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Luther Vandross: So Amazing

Gregory Porter celebrates the musical contribution and often overlooked legacy of Luther Vandross, forty years since the release of his debut album, ‘Never Too Much’.

Forty years since the release of Luther Vandross’ debut solo album, ‘Never Too Much’, he remains the gold standard for vocals, revered by musicians and fans alike. The album arrived in an era when disco was fading and hip-hop had not yet fully emerged. Luther, with his innate musicality and devotion to classic sixties voices, was the bridge between the shifting sonic landscapes of the 1980s, equally adept at laying his soul bare on a sensitive love song or showcasing his voice over a pulsating rhythm.

Grammy-winning producer Marcus Miller recalls, ‘…I would hear Never Too Much on the radio all day long…It was like Luther was an overnight sensation, although he had been doing his thing for at least ten years before.’

Whilst ‘Never Too Much’ and his iconic rendering of ‘A House Is Not A Home’ signalled a seemingly fresh talent, unbeknownst to most, Luther was an industry veteran. He had been sharing his talent in studios for many years, contributing to some of music’s most significant moments through his work on David Bowie’s ‘Young Americans’, CHIC’s ‘Everybody Dance’ and providing vocals for the likes of Donna Summer, Chaka Khan and Roberta Flack. Nile Rodgers reveals that ‘the best vocalist we knew was Luther Vandross…he basically invented our vocal sound’.

Encouraged by the likes of Bowie and Roberta Flack to emerge from behind the scenes, Luther battled against A&R departments initially disinterested in signing a black male solo artist set on writing and producing their own soulful, romantic songs and sending them to the top of the pop charts.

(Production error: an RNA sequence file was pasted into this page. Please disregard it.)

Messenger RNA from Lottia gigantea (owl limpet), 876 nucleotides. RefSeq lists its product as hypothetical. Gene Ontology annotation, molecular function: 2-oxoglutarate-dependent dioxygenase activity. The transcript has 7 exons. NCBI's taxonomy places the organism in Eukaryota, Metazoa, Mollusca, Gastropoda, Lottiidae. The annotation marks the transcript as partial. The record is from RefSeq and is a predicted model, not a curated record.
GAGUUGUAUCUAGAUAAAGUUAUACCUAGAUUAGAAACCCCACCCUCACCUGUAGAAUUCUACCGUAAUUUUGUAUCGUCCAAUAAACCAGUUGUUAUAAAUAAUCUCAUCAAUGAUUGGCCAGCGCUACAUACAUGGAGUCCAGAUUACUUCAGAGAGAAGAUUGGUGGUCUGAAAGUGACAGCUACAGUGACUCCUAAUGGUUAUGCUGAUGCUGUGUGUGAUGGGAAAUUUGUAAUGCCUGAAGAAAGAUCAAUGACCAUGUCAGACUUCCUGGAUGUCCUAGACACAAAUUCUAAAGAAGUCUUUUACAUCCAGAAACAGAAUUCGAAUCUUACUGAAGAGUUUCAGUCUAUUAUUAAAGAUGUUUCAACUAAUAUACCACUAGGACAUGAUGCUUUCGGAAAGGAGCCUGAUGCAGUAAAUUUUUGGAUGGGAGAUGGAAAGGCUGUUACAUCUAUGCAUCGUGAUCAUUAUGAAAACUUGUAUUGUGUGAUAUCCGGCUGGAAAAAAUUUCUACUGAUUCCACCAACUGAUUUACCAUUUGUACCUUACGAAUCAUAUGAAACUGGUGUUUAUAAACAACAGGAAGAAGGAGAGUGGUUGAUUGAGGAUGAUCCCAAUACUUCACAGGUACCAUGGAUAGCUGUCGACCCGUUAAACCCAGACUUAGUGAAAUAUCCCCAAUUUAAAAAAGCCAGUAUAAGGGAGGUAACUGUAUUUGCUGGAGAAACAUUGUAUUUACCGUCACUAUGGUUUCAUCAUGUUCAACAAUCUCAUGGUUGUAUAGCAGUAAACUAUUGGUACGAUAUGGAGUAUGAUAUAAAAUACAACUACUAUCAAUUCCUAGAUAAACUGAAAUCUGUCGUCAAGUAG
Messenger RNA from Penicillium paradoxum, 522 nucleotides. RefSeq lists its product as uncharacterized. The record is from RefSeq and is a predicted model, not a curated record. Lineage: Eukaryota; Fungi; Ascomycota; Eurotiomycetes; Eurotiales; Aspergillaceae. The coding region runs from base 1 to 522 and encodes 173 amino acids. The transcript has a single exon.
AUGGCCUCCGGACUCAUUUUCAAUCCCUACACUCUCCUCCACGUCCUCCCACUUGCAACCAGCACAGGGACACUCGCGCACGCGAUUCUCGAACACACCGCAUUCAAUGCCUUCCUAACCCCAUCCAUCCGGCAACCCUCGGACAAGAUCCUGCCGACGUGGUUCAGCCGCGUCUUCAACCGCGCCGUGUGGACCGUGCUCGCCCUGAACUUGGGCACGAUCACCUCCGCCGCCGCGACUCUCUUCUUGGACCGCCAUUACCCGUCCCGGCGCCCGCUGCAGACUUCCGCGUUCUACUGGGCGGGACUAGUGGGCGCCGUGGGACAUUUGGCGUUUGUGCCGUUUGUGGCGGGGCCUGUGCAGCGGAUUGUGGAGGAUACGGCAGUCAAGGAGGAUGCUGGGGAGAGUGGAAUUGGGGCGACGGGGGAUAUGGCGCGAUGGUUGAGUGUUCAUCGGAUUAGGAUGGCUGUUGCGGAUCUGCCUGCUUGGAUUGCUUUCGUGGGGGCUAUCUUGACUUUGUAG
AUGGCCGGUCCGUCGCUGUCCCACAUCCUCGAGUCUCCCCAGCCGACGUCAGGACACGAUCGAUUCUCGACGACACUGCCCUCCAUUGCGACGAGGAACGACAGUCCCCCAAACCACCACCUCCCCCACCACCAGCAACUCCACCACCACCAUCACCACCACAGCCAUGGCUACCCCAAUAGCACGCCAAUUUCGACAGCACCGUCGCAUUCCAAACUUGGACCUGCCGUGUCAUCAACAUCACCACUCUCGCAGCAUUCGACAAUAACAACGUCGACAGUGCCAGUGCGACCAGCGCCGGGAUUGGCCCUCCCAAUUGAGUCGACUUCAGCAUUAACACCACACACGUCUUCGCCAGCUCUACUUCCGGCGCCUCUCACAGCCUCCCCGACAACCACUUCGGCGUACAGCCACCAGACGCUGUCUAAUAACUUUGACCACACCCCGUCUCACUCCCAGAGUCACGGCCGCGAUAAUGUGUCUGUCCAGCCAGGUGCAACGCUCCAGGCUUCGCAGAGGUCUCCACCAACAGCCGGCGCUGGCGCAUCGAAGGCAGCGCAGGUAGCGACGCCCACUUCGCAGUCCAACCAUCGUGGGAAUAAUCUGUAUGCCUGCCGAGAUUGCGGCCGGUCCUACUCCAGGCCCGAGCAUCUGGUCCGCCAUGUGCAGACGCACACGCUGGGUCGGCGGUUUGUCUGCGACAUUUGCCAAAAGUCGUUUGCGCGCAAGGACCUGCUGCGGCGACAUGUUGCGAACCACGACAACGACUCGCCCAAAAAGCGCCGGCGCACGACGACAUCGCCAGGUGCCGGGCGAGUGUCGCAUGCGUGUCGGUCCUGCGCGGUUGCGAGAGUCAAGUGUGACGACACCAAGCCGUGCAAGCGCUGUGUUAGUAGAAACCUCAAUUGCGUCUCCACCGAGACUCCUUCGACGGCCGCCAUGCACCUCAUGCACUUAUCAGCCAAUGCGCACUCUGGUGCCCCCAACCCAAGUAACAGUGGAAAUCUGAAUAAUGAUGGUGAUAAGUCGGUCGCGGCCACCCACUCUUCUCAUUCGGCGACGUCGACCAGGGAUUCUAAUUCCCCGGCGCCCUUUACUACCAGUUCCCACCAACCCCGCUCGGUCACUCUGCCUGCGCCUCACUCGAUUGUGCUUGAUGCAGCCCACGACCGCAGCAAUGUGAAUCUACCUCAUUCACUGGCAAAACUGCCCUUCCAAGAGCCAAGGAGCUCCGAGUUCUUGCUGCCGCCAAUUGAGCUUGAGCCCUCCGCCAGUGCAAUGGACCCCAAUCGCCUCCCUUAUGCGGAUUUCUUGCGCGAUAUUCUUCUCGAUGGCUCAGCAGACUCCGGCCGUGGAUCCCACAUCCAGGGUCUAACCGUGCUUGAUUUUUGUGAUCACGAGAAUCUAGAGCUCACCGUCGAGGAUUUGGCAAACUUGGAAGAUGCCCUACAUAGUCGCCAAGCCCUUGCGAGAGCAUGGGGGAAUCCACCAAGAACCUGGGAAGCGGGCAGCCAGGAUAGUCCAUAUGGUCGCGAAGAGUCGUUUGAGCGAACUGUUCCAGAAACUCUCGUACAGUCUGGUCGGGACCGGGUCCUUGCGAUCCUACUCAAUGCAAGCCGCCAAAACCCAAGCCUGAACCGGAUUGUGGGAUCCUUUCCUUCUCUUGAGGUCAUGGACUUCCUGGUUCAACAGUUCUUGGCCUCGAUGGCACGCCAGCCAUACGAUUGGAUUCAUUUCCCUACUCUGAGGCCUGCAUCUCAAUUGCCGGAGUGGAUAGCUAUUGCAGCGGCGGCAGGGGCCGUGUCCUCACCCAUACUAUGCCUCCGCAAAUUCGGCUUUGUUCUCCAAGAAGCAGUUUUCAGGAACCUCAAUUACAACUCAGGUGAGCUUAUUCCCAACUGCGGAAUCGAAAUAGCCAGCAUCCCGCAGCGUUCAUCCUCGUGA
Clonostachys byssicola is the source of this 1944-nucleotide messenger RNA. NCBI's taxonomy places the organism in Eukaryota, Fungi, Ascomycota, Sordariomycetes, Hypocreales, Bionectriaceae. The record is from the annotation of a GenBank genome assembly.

Grammy award-winning artist Gregory Porter reveals Luther’s fascinating ascent and explores his lifelong determination to become a chart-topping singer, with his music reaching mainstream audiences; defying categorisation, simply appreciated by the widest audience possible for all the skill and technique it possessed.

Hearing directly from Luther’s lifelong musical collaborators Fonzi Thornton, Carlos Alomar and Robin Clark, they reveal how Luther’s focus was apparent right from their teenage years, as he cultivated them into a formidable group of musicians that he could depend on to create the particular sound that he envisioned for his solo career.

Such was the extraordinary life of Luther Vandross, he would end up becoming close friends with members of the very vocals groups he adored as a teenager, and we hear from The Bluebelles’ Nona Hendryx and Whitney Houston’s mother Cissy, lead singer of The Sweet Inspirations. ‘We came from the same head I guess you could say’ explains Cissy, who would go on to provide background vocals for Luther’s songs throughout his career. ‘He was such a wonderful vocalist and arranger’.

Nobody though embodied Luther’s musical aspirations quite like Cissy’s niece Dionne Warwick and, in a new interview, we hear from the lady herself, who shares her experiences of eventually working with Luther in the studio and what his adoration of her music meant to her. ‘Luther was a very special person…he also became basically a part of family.’ remembers Dionne.

As a solo artist, the eighties would bring many more highlights for Luther, including the record breaking achievement of becoming the first male solo artist to sell out ten nights at London’s Wembley Arena in 1989. Luther remained frustrated however that his music never quite reached the top of the pop charts. Despite achieving seven consecutive U.S. RnB number one albums, it would be ten years into his solo career before Luther Vandross received his own Grammy award. As songwriter and collaborator Richard Marx observes ‘If you look at all the songs this guy wrote…I feel that he didn’t get recognised for that as much as he should of.’

It would actually be Luther’s collaboration with Richard, 2003’s poignant ‘Dance With My Father’ that saw Luther finally achieve his childhood dream, debuting at number one on the U.S. Billboard 200 album chart.

It had been a long and agonising path for Luther Vandross to navigate. His natural musical ability and sheer passion and drive to perform had enabled him to persevere and succeed whilst many around him failed to achieve the same heights. This intimate portrait celebrates Luther’s tenacity and his impressive, often overlooked musical legacy.

Also featuring contributions from members of Luther’s close musical family, including singers Lisa Fischer and Paulette McWilliams, former CHIC vocalist Alfa Anderson, studio engineer Michael Brauer, publicist Alan Edwards and soul music historian David Nathan, as well as musician Stokley and American Idol winner Ruben Studdard.

Producer - Jacob Pollard

A Sue Clark Production for BBC Radio 2

16 days left to listen

57 minutes

Last on

Sat 24 Apr 2021 21:00


  • Sat 24 Apr 2021 21:00